Brief thoughts on new anime, recent anime, old anime.

So for the past four weeks, every Saturday I’ve been sitting down in front of the TV at 10:30 to watch Space Dandy.

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Below the cut, some thoughts on that, a 2012 anime I’ve been getting back to, and some more thoughts on Dougram.

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This is me crossing another dusty old robot show off my bucket list.

NOT EVEN JUSTICE, I WANT TO GET TRUTH!

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Long-time friends, followers, and readers probably recall my strong affection for Armored Trooper Votoms, a fifty-two episode mecha anime from Sunrise studio directed and created by one Ryosuke Takahashi, the gentleman who directed most of Sunrise’s fondly remembered robot cartoons of the 1980s that weren’t directed by Gundam director Yoshiyuki Tomino. Takahashi’s Votoms is a gloomy, bitter robot cartoon full of shady characters and corruption, soaked in acid rain and blood. At least, that’s how it starts, opening with a dreary urban setting that reminds me of a more run down Blade Runner before moving to an equally miserable jungle planet that might as well be called Space Vietnam; clearly that’s the war that Takahashi and company are in a mood to evoke, as that stretch of the show opens with the most obvious Apocalypse Now homage imaginable. The show’s robots are fragile tools that may have a certain character, but they are not characters in the way that previous robot cartoons’ robots were. They’re disposable, interchangeable, and absent for episodes at a time. The true focus of the show is one man army Chirico Cuvie, a quiet, terse young man betrayed by his comrades, falsely accused by his government, and skilled only in the art of combat. He’s a different breed from the bright young heroes who came before him, a harder hero for a harder cosmos.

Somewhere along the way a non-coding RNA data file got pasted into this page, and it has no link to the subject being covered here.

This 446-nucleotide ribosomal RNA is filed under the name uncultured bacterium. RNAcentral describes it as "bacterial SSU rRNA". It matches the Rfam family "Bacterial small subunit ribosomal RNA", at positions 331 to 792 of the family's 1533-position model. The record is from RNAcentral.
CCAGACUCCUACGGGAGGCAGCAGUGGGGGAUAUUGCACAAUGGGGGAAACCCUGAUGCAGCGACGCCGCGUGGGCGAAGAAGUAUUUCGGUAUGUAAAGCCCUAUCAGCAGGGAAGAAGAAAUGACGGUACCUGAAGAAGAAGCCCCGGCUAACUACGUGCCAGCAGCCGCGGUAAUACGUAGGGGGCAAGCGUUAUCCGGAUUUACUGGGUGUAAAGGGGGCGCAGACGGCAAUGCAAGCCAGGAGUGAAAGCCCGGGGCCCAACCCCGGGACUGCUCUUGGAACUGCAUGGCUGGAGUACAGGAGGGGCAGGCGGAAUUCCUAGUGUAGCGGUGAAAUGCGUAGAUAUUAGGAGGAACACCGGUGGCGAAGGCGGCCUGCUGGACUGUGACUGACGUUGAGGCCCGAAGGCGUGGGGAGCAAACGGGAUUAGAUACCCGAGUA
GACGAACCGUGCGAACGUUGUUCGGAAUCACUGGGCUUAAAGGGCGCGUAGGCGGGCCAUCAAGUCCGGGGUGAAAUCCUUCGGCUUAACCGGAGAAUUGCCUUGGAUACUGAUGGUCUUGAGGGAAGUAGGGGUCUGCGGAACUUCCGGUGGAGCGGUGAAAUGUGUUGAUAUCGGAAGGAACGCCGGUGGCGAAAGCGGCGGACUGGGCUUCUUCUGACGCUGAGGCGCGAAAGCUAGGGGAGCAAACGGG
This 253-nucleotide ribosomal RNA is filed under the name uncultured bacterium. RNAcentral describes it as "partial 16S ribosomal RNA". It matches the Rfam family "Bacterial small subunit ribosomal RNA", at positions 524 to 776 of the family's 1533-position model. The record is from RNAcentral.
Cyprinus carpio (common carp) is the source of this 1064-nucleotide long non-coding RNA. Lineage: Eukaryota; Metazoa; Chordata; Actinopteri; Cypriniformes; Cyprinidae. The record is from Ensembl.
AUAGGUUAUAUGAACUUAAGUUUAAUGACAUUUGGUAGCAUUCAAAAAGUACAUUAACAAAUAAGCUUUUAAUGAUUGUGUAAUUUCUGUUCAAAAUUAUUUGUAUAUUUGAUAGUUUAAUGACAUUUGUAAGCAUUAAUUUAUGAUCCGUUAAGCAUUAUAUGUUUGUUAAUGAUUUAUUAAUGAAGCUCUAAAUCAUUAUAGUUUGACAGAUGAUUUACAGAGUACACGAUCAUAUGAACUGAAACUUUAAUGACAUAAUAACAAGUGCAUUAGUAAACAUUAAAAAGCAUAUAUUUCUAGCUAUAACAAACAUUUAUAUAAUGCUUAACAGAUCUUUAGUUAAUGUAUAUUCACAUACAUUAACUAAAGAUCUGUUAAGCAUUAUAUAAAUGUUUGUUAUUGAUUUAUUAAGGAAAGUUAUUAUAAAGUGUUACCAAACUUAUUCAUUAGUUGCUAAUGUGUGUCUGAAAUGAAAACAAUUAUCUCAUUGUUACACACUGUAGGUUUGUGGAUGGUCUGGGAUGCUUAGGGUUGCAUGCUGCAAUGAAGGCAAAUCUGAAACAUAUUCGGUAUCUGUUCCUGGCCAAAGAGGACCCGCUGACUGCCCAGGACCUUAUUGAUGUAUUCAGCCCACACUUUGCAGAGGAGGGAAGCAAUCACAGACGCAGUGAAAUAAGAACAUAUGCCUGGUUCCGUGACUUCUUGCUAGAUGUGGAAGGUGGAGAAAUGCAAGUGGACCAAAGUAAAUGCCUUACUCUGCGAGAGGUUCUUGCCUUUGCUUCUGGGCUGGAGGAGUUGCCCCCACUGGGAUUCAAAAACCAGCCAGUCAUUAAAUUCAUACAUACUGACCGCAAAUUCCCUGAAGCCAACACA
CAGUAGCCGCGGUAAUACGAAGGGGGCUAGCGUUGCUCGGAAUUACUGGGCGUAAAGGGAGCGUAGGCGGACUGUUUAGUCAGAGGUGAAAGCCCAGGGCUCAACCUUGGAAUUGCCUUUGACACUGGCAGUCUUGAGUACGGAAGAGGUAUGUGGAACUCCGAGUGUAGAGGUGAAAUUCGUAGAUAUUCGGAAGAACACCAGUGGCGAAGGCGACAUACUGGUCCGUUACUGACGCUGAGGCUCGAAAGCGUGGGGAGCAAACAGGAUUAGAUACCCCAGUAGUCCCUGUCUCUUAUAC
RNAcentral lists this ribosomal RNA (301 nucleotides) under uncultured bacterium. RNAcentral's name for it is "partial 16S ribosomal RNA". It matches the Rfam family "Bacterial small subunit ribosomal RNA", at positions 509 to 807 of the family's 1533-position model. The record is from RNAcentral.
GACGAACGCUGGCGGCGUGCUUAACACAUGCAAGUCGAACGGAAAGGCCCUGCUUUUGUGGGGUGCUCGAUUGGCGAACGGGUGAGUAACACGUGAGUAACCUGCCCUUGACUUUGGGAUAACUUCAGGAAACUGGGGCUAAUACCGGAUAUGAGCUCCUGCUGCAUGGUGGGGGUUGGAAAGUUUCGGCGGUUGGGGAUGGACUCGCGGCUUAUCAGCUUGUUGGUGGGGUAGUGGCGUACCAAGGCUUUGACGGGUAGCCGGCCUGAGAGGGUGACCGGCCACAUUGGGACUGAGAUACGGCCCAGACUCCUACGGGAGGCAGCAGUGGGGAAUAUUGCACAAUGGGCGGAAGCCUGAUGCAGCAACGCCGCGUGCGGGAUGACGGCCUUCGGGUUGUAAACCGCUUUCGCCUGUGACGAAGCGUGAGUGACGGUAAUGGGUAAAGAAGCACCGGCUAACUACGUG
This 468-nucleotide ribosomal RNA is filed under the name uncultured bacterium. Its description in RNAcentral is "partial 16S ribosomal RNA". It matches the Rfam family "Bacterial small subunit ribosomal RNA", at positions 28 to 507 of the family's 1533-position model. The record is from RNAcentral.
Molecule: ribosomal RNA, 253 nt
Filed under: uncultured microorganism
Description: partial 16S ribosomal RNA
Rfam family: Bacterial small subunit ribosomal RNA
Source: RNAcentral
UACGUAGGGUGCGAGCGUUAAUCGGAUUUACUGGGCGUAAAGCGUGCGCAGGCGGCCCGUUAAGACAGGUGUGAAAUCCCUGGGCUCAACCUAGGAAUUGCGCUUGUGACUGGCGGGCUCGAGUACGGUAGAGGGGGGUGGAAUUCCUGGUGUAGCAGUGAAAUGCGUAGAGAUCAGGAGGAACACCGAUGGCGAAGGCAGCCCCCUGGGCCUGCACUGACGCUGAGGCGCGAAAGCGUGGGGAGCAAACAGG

Where Votoms is a damaged butterfly of a show, Takahashi’s previous effort, 1981’s Fang of the Sun Dougram (co-directed with Takeyuki Kanda, who would also go on to direct his own Sunrise robot show in ’83, Round Vernian Vifam) appears to be the gauntlet-like chrysalis it emerged from. As of this writing I’ve watched eighteen of its seventy-five episodes (yes, seventy-five episodes) that aired from October 1981 to March of ’83, and I can see how it stands as an important evolutionary step between Tomino’s Gundam and both Votoms and even Zeta Gundam. It’s also enjoyable viewing, if a bit slow at times and also possessed of a lead character who spends a very long time being frustratingly naive.

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